GEOSCAN, résultats de la recherche


TitrePetrology, Mineralogy and Geochemistry of the Musquodoboit E-23 well, Scotian Shelf
AuteurPe-Piper, G; MacKie, H; Piper, D J W
SourceCommission géologique du Canada, Dossier public 6281, 2009, 88 pages, (Accès ouvert)
ÉditeurRessources naturelles Canada
Documentdossier public
Mediaen ligne; numérique
ProvinceRégion extracotière de l'est
Lat/Long OENS-61.0000 -60.5000 44.0833 43.9167
Sujetsfaciès diagénétiques; diagenèse; Crétacé inférieur; pétrographie; puits; pétrologie du sediment; interprétations géochimiques; minéraux détritiques; géochimie des roches totales; carottes; lithologie; grès; Puit Musquodoboit E-23 ; Formation d'Abenaki ; Membre de Baccaro ; 6; minéralogie; sédimentologie; géochimie; géologie marine; Mésozoïque; Crétacé
Illustrationslocation maps; tables; stratigraphic columns; photographs; ternary diagrams; plots
Diffusé2009 12 07
Résumé(disponible en anglais seulement)
Large cuttings samples were collected from key horizons at the time of drilling the Musquodoboit E-23 well. Most of the samples studied in detail were from the Logan Canyon and Missisauga formations. Single-lithology chips were separated from these cuttings and the samples that were large enough were analyzed geochemically for major and trace elements. Heavy minerals and lithic fragments were separated with tetrabromoethane and the compositions of heavy minerals including tourmaline, chromite and garnet were determined by electron microprobe.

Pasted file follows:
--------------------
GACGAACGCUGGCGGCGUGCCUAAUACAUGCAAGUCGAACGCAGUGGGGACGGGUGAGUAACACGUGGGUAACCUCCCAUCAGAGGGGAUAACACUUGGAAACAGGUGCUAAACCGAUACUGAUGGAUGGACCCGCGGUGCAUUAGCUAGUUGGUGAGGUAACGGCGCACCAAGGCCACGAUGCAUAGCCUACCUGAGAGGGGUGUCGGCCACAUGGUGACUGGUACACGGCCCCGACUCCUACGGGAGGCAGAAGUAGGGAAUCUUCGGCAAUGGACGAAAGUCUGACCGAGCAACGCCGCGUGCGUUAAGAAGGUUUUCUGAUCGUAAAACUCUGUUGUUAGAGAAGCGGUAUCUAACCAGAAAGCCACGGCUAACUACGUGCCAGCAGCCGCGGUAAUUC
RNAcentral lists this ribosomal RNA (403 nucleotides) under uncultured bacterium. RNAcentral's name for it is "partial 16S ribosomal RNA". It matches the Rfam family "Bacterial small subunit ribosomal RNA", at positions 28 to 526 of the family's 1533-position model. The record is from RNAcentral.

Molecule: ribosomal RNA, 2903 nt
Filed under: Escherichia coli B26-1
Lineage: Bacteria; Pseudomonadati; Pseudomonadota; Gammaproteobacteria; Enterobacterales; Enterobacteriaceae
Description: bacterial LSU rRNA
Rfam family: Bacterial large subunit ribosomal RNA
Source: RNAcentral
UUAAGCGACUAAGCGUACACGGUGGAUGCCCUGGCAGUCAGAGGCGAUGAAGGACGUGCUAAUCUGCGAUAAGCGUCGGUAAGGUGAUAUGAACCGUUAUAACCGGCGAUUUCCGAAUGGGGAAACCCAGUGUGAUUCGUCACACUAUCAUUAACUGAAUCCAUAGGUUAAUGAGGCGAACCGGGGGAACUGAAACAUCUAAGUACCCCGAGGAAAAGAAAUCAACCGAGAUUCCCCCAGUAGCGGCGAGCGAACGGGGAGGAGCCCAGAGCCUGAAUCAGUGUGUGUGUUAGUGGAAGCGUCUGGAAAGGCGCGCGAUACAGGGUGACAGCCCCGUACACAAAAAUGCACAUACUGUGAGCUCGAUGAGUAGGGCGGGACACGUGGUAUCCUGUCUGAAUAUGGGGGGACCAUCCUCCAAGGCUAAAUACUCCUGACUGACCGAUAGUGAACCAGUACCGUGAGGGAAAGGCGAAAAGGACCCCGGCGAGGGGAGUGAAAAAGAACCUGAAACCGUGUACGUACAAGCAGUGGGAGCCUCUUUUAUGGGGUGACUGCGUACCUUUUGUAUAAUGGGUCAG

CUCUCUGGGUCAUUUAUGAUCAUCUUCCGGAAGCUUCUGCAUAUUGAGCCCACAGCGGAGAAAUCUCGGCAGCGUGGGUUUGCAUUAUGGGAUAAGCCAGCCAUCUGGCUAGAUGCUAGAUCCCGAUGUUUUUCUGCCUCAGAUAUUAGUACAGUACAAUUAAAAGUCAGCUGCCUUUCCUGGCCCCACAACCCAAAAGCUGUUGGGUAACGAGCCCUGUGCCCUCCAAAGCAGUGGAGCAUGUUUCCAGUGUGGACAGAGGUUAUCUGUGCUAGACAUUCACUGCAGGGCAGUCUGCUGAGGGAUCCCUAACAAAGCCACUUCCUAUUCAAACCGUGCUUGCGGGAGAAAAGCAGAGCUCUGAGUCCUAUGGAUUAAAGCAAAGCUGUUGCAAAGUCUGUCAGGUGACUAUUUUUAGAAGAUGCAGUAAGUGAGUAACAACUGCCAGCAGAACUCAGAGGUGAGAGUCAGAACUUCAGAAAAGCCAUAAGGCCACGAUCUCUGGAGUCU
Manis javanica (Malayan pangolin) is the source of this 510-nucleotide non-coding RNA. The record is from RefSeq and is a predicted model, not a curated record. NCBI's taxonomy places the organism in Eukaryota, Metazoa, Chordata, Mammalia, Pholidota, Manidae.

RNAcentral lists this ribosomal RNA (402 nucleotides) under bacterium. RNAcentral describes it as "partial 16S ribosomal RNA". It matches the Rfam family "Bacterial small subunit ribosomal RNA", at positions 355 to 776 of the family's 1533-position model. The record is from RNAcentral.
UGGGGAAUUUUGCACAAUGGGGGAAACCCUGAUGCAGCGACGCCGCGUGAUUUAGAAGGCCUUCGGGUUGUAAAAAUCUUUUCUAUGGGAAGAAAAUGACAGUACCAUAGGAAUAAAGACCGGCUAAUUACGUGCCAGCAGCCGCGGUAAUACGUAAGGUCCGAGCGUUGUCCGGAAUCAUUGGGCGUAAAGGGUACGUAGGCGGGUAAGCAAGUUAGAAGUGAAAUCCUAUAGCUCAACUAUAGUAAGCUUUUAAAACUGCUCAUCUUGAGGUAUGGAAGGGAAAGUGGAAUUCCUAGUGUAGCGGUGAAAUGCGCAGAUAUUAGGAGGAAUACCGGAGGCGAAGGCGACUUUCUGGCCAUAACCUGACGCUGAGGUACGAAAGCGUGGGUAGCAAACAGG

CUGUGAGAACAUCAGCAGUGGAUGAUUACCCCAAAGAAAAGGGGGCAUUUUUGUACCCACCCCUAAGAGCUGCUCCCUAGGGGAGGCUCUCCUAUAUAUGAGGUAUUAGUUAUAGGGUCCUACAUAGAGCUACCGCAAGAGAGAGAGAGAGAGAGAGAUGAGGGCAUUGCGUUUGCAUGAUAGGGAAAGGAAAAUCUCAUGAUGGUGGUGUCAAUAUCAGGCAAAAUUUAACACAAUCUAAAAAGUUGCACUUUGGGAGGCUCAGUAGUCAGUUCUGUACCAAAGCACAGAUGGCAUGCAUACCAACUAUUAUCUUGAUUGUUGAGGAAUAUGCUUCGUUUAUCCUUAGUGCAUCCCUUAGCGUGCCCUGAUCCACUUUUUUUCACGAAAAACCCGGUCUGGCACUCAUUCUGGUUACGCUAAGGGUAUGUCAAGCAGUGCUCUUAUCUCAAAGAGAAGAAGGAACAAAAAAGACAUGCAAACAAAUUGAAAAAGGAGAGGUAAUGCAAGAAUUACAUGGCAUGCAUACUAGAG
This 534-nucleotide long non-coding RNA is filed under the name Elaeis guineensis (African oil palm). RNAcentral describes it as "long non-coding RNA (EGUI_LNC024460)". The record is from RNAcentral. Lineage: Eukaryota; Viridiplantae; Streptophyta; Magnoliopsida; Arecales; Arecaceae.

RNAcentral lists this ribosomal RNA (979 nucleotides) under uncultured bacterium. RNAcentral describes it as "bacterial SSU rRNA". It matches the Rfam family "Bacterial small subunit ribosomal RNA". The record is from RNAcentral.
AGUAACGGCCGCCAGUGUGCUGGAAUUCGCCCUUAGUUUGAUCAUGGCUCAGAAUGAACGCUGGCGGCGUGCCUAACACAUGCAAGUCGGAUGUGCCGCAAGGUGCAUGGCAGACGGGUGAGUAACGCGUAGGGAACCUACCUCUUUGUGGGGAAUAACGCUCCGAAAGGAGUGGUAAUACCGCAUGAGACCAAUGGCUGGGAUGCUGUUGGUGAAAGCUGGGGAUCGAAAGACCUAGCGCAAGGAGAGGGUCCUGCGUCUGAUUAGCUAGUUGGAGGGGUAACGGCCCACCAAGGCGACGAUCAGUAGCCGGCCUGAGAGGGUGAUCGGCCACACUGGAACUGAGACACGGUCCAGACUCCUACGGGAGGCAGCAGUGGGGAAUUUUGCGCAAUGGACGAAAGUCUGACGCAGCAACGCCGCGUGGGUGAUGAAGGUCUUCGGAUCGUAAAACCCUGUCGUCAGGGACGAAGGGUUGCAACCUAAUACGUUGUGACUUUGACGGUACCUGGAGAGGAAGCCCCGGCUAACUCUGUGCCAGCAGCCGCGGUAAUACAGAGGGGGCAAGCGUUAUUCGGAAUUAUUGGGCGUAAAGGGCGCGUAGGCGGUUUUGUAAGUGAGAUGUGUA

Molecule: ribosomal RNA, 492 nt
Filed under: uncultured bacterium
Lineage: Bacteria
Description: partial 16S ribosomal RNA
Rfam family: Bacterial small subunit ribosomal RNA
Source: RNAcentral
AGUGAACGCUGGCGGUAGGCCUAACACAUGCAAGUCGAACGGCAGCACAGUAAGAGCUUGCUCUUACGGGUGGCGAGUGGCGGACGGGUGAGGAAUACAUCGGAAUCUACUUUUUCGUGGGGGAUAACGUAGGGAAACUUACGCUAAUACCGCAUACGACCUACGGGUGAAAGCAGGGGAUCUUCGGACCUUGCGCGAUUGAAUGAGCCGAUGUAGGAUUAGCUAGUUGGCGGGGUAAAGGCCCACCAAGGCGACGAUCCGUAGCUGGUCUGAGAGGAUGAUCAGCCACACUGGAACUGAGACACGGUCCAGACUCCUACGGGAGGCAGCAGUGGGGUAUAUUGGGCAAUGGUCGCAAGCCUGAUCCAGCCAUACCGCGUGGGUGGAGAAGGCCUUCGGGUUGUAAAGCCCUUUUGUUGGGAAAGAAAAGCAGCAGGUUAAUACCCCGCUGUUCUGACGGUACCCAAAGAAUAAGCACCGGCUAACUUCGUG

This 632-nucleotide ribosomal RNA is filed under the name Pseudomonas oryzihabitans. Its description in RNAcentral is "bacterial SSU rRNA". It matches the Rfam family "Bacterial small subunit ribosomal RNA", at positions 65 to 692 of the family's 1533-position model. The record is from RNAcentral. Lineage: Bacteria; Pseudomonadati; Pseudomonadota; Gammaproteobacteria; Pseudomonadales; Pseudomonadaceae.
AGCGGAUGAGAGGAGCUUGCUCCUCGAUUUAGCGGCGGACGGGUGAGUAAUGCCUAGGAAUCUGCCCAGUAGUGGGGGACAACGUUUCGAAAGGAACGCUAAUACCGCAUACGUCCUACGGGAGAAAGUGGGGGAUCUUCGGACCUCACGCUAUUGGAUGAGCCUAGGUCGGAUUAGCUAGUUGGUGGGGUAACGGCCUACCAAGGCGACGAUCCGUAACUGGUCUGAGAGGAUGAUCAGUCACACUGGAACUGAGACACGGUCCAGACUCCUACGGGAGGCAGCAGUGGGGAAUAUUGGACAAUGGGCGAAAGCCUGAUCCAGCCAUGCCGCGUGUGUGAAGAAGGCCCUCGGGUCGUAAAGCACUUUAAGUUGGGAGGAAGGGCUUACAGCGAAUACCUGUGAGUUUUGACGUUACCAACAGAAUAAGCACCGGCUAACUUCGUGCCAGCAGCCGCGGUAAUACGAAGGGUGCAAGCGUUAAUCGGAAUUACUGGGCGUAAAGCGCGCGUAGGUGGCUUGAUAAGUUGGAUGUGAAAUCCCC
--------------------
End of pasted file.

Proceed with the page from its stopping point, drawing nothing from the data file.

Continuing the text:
Mudstone samples from the Logan Canyon and Missisauga formations are geochemically similar among themselves and resemble mudstones from the nearby Alma field. A muddy sandstone from the basal Banquereau Formation is geochemically distinct. The Logan Canyon and Upper Missisauga formations have a much higher proportion of low-Mg tourmaline, characteristic of a granitic source, than the Middle Missisauga Formation, in which tourmaline of metamorphic origin predominates. The absence of low-Mg tourmaline in the Glenelg and North Triumph fields suggests that this mineral was supplied by a Chaswood Formation river crossing central Nova Scotia from New Brunswick. Near the base of the Middle Missisauga Formation, many of the analyzed garnets closely match analyses from both the South Mountain batholith and Meguma Group metasedimentary rocks, but similar garnets are rare at higher stratigraphic levels. Tremolite and low-Fe diopside are each present at two horizons in Musquodoboit E-23, but have not been recognised elsewhere in the Lower Cretaceous of the Scotian basin, from which we have more than 4000 electron microprobe analyses of detrital minerals. They are sourced from thermally metamorphosed impure limestones, possibly from the inner Scotian Shelf. Lower Cretaceous sediments in Musquodoboit E-23 were supplied principally by a large Cabot Strait river that brought sediment to the entire Sable sub-basin. Detrital minerals provide some evidence for lesser local supply of sediment from the rivers that deposited the Chaswood Formation of central Nova Scotia.